Monday, March 21, 2011

The Right Kind of Girl - Discussion Thread

Several times in Neels books she refers to 'a soft Devon voice'  (Didn't Betty live in Devon?)...can we get some help here from anyone who knows? Is there an actor/actress with a soft Devon voice? Examples, people, examples!

I'm willing to bet ready money that this lady doesn't
have a baby under that blanket.
Doreen Hervey is too sensitive to breastfeed. I'm certainly not going to throw stones here. I'm not sure if her 'sensitivity' is physical or mental, either one can be a legitimate concern - I'm fully on the side of choice when it comes to breastfeeding. When I was a kid, breastfeeding was not popular amongst the women of my mother's generation...I only knew one woman who nursed her kids...and she would do it right in the middle of church.  She was very modest about it, but back then it was just weird. Nowadays it's much more common to see women nursing in public, which is great, but that wouldn't have been me, except in a dire emergency (frankly, none of my babies could stand being covered up by a blanket...and being...umm...'pleasing plump'(read generously endowed) myself it was always tough to juggle baby AND blanket with any assurance of adequate coverage).

Later on in the book, Doreen Hervey tells Emma about Nanny: 'This one's an old dear, and she's taught me a lot--you know, how to hold Bart properly and what to do when he yells.  I'm not afraid of him anymore.'
She was quite serious; Emma murmured sympathetically, reflecting that it was fortunate that the Herveys could afford a nanny. Doreen would have been an ideal RDD's younger sister. A nice person - yet totally self-absorbed and selfish.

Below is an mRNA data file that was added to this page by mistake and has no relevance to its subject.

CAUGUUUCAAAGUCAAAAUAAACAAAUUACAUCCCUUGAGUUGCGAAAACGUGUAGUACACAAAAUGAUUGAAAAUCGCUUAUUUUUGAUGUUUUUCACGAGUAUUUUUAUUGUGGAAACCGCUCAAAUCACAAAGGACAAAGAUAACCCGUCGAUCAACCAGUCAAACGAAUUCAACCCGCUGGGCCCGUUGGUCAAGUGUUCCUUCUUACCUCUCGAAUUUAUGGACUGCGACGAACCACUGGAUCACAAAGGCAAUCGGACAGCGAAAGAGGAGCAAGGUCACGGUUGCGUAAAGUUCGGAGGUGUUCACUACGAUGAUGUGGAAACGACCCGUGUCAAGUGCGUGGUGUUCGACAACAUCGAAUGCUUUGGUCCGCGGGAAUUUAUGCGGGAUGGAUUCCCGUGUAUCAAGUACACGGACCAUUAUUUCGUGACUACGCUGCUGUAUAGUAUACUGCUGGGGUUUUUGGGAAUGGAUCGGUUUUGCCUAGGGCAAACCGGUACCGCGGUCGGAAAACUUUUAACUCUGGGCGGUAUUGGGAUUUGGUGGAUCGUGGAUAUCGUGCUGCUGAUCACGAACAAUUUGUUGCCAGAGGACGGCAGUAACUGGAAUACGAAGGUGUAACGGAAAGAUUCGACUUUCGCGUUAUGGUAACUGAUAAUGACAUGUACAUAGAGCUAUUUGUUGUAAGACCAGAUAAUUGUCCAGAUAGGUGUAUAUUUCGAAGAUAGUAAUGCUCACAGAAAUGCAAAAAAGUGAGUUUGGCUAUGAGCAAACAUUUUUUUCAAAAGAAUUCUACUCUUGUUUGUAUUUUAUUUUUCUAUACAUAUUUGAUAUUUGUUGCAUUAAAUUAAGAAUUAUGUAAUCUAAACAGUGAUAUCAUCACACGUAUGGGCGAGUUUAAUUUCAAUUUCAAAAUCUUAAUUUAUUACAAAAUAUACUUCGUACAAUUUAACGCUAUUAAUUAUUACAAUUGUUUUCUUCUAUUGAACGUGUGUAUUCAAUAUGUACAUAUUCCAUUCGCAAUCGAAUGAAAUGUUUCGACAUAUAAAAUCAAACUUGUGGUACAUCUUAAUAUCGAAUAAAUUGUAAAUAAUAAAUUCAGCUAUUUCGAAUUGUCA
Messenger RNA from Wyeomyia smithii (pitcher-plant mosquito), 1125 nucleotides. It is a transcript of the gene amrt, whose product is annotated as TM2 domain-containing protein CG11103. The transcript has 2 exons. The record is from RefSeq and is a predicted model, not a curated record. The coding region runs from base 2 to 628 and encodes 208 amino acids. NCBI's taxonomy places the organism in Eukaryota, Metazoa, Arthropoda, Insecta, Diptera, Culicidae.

The travellers are staying on 'common land'. Here's a bit of what wiki says about Common Lands:
Historically most rights of common were appurtenant to particular plots of land, and the commoner would be the person who, for the time being, was the occupier of a particular plot of land (or in the case of turbary, even a particular heath). Some rights of common were said to be in gross, that is, they were unconnected with ownership or tenure of land. This was more usual in regions where commons are more extensive, such as in Northern England or the Fens, but also included many village greens across England and Wales. Most land with appurtenant commons rights is adjacent to the common or even surrounded by it, but in a few cases it may be some considerable distance away.

Example rights of common are:
Pasture. Right to pasture cattle, horses, sheep or other animals on the common land. The most widespread right.
Piscary. Right to fish.
Turbary. Right to take sods of turf for fuel.
Common of marl. Right to take sand and gravel.
Mast or pannage. Right to turn out pigs for a period in autumn to eat mast (beech mast, acorns and other nuts).
Estovers. Right to take sufficient wood for the commoner's house or holding; usually limited to smaller trees, bushes (such as gorse) and fallen branches.
Hmm. I don't see 'right to camp', but it must be written somewhere, right?

Maisie's topics of conversation: 'It was refreshing, after all that sweetness, to listen to Maisie's down-to-earth talk, which covered everything under the sun--the royal family, the government, the price of fish and chips and the goings-on of the young couple who had rented rooms beneath hers--and all the while she talked she attended to the babies, raising her voice above their small cries.' I love how she always has something to gossip about.  I find it amusing that she talks over the babies...just like she was cleaning floors or washing dishes.

Boston Cream Pie...yum.
Emma hears him say he's going to Boston and replies, 'Boston, USA?' Here in the States the question would be,' Boston, Massachusetts?' No, no, never mind...when talking about a place we would just say, 'Boston?' The only other Bostons I'm familiar with are 'Boston Cream Pie' and the 70's/80's rock band 'Boston'.